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The Garden of Forking Paths

The Garden of Forking Paths

by Jorge Luis Borges

Labyrinth

Symbolism, Imagery, Allegory

The image of the labyrinth is a favorite of Borges, appearing not only here but in many of his other stories. As the title figure of "The Garden of Forking Paths," however, we'd say that this is the paramount example in his work. (Not sure what a labyrinth is? Click here.)

The Borgesian labyrinth, like the object itself, is an idea that you can get lost in for hours. It appears in so many layers within the story that its symbolic meanings are as infinite as the forking paths of Ts'ui Pen's novel. The labyrinth is a physical setting, evoked in the gardens surrounding Ts'ui Pen's Pavilion of the Limpid Sun, the "symmetrical gardens" and childhood playground of the protagonist, and the series of forking paths leading to Dr. Albert's own pavilion. But the labyrinth is also an imagined setting, taking shape in Yu Tsun's mind as an infinite "maze of mazes" encompassing past and future and extending to the stars (19).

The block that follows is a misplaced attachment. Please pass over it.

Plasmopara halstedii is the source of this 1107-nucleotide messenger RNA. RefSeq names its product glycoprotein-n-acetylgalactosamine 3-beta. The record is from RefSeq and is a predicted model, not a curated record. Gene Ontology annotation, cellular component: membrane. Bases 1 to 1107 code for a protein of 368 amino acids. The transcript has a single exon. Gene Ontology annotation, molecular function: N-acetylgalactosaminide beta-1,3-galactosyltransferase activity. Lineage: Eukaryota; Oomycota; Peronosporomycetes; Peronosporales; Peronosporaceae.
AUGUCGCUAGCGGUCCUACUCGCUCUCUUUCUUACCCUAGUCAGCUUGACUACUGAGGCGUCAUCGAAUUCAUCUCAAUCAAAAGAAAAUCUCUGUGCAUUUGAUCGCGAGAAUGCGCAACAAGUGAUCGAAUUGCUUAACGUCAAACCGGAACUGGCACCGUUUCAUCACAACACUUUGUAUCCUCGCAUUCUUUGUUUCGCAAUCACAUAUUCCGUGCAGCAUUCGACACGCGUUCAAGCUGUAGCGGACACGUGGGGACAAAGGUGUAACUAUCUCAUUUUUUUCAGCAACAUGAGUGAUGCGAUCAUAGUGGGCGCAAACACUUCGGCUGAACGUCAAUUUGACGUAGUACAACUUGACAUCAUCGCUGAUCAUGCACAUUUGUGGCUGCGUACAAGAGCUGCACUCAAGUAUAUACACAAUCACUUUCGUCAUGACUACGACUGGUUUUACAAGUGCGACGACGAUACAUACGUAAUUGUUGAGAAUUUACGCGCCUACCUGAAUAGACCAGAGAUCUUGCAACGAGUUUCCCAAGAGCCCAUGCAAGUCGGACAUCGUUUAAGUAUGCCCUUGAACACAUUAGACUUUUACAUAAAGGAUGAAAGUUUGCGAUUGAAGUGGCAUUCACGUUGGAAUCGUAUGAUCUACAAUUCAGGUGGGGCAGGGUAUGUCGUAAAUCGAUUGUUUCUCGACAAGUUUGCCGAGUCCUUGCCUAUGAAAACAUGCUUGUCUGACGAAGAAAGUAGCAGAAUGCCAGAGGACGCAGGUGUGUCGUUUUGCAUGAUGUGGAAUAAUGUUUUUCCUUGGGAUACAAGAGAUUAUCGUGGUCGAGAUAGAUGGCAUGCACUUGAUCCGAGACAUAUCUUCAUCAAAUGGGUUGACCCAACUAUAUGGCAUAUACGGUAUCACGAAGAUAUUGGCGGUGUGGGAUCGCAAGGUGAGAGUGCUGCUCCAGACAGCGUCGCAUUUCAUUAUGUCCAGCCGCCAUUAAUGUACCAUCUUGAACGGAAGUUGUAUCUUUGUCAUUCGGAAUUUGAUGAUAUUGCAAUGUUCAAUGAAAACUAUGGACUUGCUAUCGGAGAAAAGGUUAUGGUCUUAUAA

Ts'ui Pen's novel is also a labyrinth, consisting of infinite endings that bifurcate (fork) to create parallel and alternate narratives. As Dr. Albert describes the novel, it becomes clear that the book – and therefore the labyrinth – is an allegory for time itself.

And then, in that final Borgesian twist that takes his stories from pretty-interesting to blow-your-mind-amazing, the labyrinth-as-novel-as-time-allegory invades the very structure of the story we are reading, causing invisible figures from alternate universes to "pullulate," or sprout, before the protagonist's eyes.

This pullulation makes us stop and think – could this story itself be a labyrinth? Doesn't it contain plenty of references to outside or invisible figures – for example, the invisible Chief, the missing first two pages of Dr. Yu's deposition, the anonymous manuscript editor, and the rest of Ts'ui Pen's letter? We can't see any of these figures within the story, but they send our imaginations down forking paths, causing us to picture all the narratives that had to converge in order to produce the story as it stands. The labyrinthine idea is even reflected in the language of the story itself. (See our discussion of this in the section "Writing Style.")

Did Borges just blow your mind? Yeah, we thought so.

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